Stuart Dybek’s “Flu” / Richard Sell

In Stuart Dybek’s “Flu” he uses short descriptors separated by semicolons which manipulates the reader into producing a visual state of Faye’s experience with the flu as instantaneous. She undergoes “days of nausea, vertigo, diarrhea; a fast of toast and tea; fever.” These are familiar experiences. We’ve all had the flu at some point so there is no necessity to dwell on them, but what makes this long sentence so powerful is the way it forces the reader to experience Faye’s illness. They don’t have time to think about the information being provided, only time enough to visualize it.


Dybek’s use here isn’t limited to a complete and instantaneous visualization of Faye’s flu. His clipped remarks turn to the mention of her “sleeping spells.” Dybek then piles all this imagery into a realization by the character that she is “alone.” The reader’s visualization is transformed by this brief remark. Dybek finally ends the sentence with another clipped remark, “Faye felt better.” The suffering that Dybek describes ends with Faye understanding that she is alone, and the knowing is immediately followed by her recovery.


Dybek has inadvertently roped the reader into a love story by way of sickness. He establishes the opening of a metaphor that is later closed when the man who ends Faye’s loneliness, Aldo, states that their relationship “started with the flu.”


Sentence length is key to the way the reader experiences Faye and Aldo’s story. Dybek’s long sentence introduces us to everything that Faye suffers through. The forcing of one complete visualization of her illness ends with the idea of loneliness, which forces the reader to link these two ideas together.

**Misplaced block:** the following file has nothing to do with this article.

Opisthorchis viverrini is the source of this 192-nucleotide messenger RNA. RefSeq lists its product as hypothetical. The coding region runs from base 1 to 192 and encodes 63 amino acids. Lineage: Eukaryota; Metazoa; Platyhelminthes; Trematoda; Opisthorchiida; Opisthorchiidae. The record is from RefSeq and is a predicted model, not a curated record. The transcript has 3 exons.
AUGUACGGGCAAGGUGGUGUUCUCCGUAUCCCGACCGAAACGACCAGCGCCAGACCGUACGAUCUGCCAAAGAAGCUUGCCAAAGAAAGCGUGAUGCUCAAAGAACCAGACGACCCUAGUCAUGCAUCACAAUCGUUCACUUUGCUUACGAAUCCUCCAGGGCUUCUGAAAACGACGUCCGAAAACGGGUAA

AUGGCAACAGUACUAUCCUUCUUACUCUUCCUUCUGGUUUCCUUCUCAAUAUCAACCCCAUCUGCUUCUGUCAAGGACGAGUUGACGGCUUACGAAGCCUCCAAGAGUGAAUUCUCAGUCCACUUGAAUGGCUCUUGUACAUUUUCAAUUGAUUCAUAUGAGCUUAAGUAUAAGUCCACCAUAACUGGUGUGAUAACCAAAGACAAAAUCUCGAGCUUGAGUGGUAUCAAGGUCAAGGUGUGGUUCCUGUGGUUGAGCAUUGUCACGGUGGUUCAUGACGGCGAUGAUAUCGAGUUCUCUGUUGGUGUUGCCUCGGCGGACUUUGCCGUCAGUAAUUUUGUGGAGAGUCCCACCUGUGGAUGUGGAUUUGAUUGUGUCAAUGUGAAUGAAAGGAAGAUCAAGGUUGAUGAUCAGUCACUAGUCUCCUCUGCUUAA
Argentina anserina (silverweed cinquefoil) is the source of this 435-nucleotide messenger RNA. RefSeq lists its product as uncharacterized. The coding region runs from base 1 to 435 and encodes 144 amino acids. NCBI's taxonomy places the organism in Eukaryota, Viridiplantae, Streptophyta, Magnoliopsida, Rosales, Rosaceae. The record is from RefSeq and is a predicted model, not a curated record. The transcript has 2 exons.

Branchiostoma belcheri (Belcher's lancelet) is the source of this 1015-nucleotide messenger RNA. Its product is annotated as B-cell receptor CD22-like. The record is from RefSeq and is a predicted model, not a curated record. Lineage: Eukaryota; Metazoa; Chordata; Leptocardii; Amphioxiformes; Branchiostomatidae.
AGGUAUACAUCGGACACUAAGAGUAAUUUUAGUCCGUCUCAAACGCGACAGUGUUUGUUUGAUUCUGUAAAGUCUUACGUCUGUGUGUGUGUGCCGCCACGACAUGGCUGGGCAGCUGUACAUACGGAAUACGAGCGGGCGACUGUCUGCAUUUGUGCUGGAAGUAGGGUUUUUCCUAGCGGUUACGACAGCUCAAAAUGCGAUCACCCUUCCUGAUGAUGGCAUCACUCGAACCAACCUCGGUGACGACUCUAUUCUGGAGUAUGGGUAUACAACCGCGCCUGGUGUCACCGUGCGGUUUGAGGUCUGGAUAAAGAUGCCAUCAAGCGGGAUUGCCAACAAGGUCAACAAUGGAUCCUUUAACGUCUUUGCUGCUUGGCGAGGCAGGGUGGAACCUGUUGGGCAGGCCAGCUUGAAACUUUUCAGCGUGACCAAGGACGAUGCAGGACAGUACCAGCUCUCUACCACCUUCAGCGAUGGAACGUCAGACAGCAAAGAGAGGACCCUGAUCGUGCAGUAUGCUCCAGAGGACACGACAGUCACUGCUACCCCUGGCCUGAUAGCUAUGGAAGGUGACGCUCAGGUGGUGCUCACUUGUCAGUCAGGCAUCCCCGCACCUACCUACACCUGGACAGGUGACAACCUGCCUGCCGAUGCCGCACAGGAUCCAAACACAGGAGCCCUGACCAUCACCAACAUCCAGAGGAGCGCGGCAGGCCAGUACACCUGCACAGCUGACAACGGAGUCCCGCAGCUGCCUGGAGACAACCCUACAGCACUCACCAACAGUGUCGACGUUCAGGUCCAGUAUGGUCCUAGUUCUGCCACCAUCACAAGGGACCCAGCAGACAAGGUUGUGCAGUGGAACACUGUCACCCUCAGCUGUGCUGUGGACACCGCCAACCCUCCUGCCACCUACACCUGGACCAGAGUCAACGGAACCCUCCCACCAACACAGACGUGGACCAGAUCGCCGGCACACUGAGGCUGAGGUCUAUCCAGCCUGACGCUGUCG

The use of overlong sentences can be employed in many different ways for a number of effects. Jose Saramago uses long sentences to speak to an immediacy in thought in Blindness. The narrator notes how “The very air in the ward seemed to have become heavier, emitting strong lingering odours, with sudden wafts that were simply nauseating, what will this place be like within a week, he asked himself, and it horrified him to think that in a week’s time, they would still be confined here, assuming there won’t be any problems with food supplies, and who can be sure there isn’t already a shortage, I doubt, for example, whether those outside have any idea from one minute to the next.” Stream of consciousness shapes the character and environment at the same time. The reader experiences things live, through the narrator’s shifting focus. This allows for an embodiment within the narrator.


“My muscles flinch inadvertently and my mind opens like a catalog. The light creeping in through a crack in the ceiling, and the sweet, nauseating smell of cordite, and the dust particles weaving through the air, and my rapid heartbeat the only thing in my ears, then the electric snap before the waves rip my flesh away like tissue paper.” In this sentence I’ve used sentence length to reflect an immediacy of action. Everything within the sentence is taking place at a single moment in time.

There are many elements of craft that not every reader will catch, but the use of overlong sentences will always have an effect, especially when that length provides a contrast, as in Dybek’s “Flu.” The reader is forced to combine more and more to the point of excess. This leads to a very real change in the reading experience that can’t be overlooked.

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